The Worst of Sports

Chumps, Cheats, and Chokers from the Games We Love



August 28, 2007 | ISBN 9780345502278

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About the Book


From star running back Bryon “Bam” Morris’s interesting (and totally illegal) sideline career to the 1950s Kansas City A’s sneaky relationship with the New York Yankees; from French golfer Jean Van de Velde’s epic choke on 18 at the 1999 British Open to the infamous Cleveland Ten-Cent Beer Night riot of 1974; from Hungary’s bloody 1956 Olympic water polo match with the Soviet Union to the definitive analysis of basketball coach Larry Brown’s sartorial evolution and hoops maven Mike Fratello’s hair devolution–if it’s bad and sports related, then it’s likely in The Worst of Sports.

An uproarious collection of the most controversial and regrettable moments in major pro and college athletics, with a sprinkling of the obscure, The Worst of Sports is a compendium of abject failure, harebrained decision-making, avarice, and rank stupidity–in other words, the stuff that some athletes, and fans, are best at.

Whether you’re a casual fan or a face-painting zealot, you’ll find plenty to root for (or against) in The Worst of Sports.

“Original and funny, this book will entertain the pessimist that lurks in all of us who don’t root for the Yankees.”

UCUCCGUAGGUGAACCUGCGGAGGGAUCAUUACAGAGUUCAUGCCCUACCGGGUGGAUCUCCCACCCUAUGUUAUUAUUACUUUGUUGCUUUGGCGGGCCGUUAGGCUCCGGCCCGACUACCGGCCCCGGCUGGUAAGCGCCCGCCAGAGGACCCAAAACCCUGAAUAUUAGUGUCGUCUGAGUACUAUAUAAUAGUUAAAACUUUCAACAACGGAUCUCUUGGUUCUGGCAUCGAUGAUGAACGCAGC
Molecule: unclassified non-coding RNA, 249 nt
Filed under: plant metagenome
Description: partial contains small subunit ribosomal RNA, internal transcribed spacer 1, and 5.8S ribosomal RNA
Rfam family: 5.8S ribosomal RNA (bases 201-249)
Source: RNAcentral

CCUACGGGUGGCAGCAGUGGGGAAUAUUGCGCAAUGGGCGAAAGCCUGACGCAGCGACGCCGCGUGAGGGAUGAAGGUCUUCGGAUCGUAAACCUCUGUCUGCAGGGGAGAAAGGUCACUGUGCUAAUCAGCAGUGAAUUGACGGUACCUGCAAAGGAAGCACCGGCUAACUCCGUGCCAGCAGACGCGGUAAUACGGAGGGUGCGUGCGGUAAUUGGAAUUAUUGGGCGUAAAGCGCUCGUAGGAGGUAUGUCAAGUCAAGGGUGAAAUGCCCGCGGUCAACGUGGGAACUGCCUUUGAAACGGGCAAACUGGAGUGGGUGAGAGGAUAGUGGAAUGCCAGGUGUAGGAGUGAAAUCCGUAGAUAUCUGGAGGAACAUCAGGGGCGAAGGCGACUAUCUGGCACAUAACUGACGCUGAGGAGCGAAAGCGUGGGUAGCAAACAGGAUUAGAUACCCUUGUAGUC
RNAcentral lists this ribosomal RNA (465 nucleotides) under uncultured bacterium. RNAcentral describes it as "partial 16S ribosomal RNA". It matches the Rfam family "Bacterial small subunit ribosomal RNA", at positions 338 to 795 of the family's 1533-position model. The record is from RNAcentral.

–Mike Greenberg, author of Why My Wife Thinks I’m an Idiot
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The Worst of Sports

Anyone who was breathing oxygen in the days of olive-colored linoleum, rotary phones, and console TVs most likely remembers the opening montage to ABC’s Wide World of Sports. The actual contents of the show—from bowling to horse racing to gigantic South African men dragging Renaults—are now a blur, but the stirring music and the distinct voice of Jim McKay: “The thrill of victory, and the agony of defeat!” were anything but forgettable. And while the smiling faces and raised arms of those lucky enough to represent the “thrill of victory” might have slipped our minds, the images that accompanied “the agony of defeat” still glow as brightly as ever in our memories.
The defining piece of opening footage from Wide World of Sports is the out-of-control ski jumper, Vinko Bogataj of the country formerly known as Yugoslavia, tumbling headlong off the ramp into a cloud of limbs, skis, and snow in a wipeout for the ages. Success just doesn’t linger in the mind or the stomach like failure.
Vinko Bogataj is the Worst of Sports. Yet this book is so much more. It’s the chronicling of the most egregious mistakes and defeats, the most awful teams and regimes on record, and an opinionated take on some of the most controversial events from the history of the games we all love. By no means is this book all-inclusive—an all-inclusive Worst of Sports would require a forklift for carrying around—but the breadth of topics covered is as wide and varying as the opinions professed by passionate sports fans everywhere.
In taking our shots, we did so from the heart—not sardonically or derisively. Satirically? Absolutely! The goal is not to offend, but to stir things up and, in a weird way, to celebrate. The beauty of sports and the fans who love them is that no matter how clear or judicial the outcome, it will not be accepted as such. Emotion, subjectivity, and disputation aren’t just welcome, they’re wholeheartedly encouraged. So pull up a chair and get involved.